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Montana World War II veteran honored with Congressional Gold Medal

“I’m in awe. I still haven't gotten accustomed to it. I’m just in complete awe."
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Posted at 7:08 PM, Apr 26, 2024

BOZEMAN — Thursday morning, Dr. Maury Irvine, a 100-year-old World War II veteran, received the most distinguished award that Congress bestows: the Congressional Gold Medal.

“What does this mean to you?” I asked Irvine.

“I’m in awe. I still haven't gotten accustomed to it. I’m just in complete awe. I’m overwhelmed. I can’t really think,” Irvine tells me.

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Dr. Maury Irvine was born Jan. 5, 1924 in San Francisco. Soon after, Irvine moved to Montana and graduated from Butte High in 1941. Pearl Harbor and WW2 changed Maury’s life, and he knew he wanted to join the Navy.

“The war started. As soon as I heard about it, I ran down to the Navy recruiting office. I love the Navy. They immediately gave me an eye test and declared that I was unfit for service,” says Irvine, who is legally blind in his left eye.

His blindness made him ineligible for the Navy and most forces, but that wasn’t going to stop him from fighting in WW2.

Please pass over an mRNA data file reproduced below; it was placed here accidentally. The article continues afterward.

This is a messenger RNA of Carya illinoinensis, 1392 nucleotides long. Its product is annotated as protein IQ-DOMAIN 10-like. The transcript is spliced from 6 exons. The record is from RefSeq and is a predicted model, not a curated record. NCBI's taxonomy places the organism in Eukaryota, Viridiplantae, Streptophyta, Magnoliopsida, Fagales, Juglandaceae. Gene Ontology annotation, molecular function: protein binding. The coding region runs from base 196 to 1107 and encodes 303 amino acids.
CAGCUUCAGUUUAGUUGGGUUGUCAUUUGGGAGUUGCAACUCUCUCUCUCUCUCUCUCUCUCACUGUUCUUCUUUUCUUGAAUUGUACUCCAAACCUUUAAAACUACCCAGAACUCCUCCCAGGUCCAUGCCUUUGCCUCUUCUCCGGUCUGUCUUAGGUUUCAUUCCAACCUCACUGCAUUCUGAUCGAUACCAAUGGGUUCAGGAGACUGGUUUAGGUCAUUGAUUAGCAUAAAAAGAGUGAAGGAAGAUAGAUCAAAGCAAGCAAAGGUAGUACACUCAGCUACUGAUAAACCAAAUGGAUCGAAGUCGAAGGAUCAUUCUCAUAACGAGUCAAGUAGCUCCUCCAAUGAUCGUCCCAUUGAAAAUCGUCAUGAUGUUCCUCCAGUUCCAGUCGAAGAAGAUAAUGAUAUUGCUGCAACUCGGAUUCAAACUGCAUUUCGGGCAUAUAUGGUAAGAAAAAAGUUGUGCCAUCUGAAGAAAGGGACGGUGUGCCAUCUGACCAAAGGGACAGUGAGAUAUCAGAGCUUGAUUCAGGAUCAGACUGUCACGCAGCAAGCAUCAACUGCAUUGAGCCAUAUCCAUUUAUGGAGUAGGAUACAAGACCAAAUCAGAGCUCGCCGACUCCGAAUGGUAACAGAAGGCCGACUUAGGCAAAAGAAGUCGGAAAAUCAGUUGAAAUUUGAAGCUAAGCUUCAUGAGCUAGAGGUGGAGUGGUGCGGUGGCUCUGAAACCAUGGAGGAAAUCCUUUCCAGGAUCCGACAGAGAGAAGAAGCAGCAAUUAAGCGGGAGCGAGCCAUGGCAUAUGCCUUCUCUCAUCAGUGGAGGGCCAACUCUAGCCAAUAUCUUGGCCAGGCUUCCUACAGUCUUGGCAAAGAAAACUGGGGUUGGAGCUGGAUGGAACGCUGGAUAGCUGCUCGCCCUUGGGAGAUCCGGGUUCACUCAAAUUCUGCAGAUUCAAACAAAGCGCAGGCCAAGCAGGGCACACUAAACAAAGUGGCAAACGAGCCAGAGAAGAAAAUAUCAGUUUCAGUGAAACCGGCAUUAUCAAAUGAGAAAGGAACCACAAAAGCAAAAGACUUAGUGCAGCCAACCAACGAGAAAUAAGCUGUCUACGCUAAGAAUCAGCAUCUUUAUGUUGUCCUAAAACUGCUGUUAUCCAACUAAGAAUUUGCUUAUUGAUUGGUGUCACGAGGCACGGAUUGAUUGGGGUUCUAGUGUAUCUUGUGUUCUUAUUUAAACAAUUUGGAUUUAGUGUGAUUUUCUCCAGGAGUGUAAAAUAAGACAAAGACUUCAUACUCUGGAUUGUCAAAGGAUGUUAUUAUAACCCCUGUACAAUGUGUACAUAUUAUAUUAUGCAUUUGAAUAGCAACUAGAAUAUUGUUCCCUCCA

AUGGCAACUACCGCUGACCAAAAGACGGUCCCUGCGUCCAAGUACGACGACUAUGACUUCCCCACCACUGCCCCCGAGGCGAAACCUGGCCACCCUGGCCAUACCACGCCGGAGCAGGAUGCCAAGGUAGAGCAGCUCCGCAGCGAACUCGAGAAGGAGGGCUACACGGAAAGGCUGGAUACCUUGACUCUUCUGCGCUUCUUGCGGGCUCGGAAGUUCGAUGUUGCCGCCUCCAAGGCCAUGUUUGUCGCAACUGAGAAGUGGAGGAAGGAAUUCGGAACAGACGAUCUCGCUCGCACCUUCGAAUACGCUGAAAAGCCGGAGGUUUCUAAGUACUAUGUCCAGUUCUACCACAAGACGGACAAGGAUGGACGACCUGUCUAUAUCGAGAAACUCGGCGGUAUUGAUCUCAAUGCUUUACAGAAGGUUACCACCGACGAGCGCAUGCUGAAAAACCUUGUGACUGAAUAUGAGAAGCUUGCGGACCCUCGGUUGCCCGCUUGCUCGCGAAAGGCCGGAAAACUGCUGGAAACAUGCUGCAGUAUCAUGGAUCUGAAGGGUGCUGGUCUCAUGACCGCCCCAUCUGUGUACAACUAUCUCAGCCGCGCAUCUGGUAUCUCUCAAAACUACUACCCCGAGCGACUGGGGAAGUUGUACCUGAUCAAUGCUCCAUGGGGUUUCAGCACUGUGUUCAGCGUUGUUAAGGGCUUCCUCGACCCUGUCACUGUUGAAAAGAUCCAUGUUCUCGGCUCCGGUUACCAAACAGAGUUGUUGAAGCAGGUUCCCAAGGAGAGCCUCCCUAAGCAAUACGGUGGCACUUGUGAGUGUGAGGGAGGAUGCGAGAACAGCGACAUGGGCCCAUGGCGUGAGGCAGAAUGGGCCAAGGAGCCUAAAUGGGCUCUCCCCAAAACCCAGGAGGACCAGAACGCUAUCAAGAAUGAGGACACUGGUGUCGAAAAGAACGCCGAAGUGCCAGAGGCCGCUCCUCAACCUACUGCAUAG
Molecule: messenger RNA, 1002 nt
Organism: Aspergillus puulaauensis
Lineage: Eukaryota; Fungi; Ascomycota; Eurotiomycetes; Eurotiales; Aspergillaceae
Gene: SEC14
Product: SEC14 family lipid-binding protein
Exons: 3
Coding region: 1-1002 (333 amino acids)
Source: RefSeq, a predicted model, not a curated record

“I heard there was something called the Merchant Marine, and they were looking for radio operators,” Irvine tells me.

Irvine had lots of experience with radios. In high school, he built himself a radio station and got a ham radio license. Irvine got a position with the Merchant Marines and served as a radio officer until 1946.

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“How’d you enjoy your time there?” I asked Irvine.

“Oh, I loved it. It was wonderful. I enjoyed every minute of it,” he tells me.

Thursday Morning, Congressman and Navy SEAL veteran Ryan Zinke presented the Congressional Gold Medal to Dr. Irvine.

“You know what's nice about representing Montana, is there’s a lot of veterans and heroes in the community. And it's an honor and a privilege of recognizing one of them today,” says Zinke.

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The Congressional Gold Medal is considered the most distinguished award that Congress bestows. Other recipients of the award include Sir Winston Churchill and George Washington.

Dr. Irvine received this award for his courage while serving in World War II and his countless accomplishments after the war—such as developing versions of the early digital computer, allowing computers to be small enough to fit into airplanes.

“I’m in awe of the whole day,” Irvine tells me one last time, as he takes in his new award.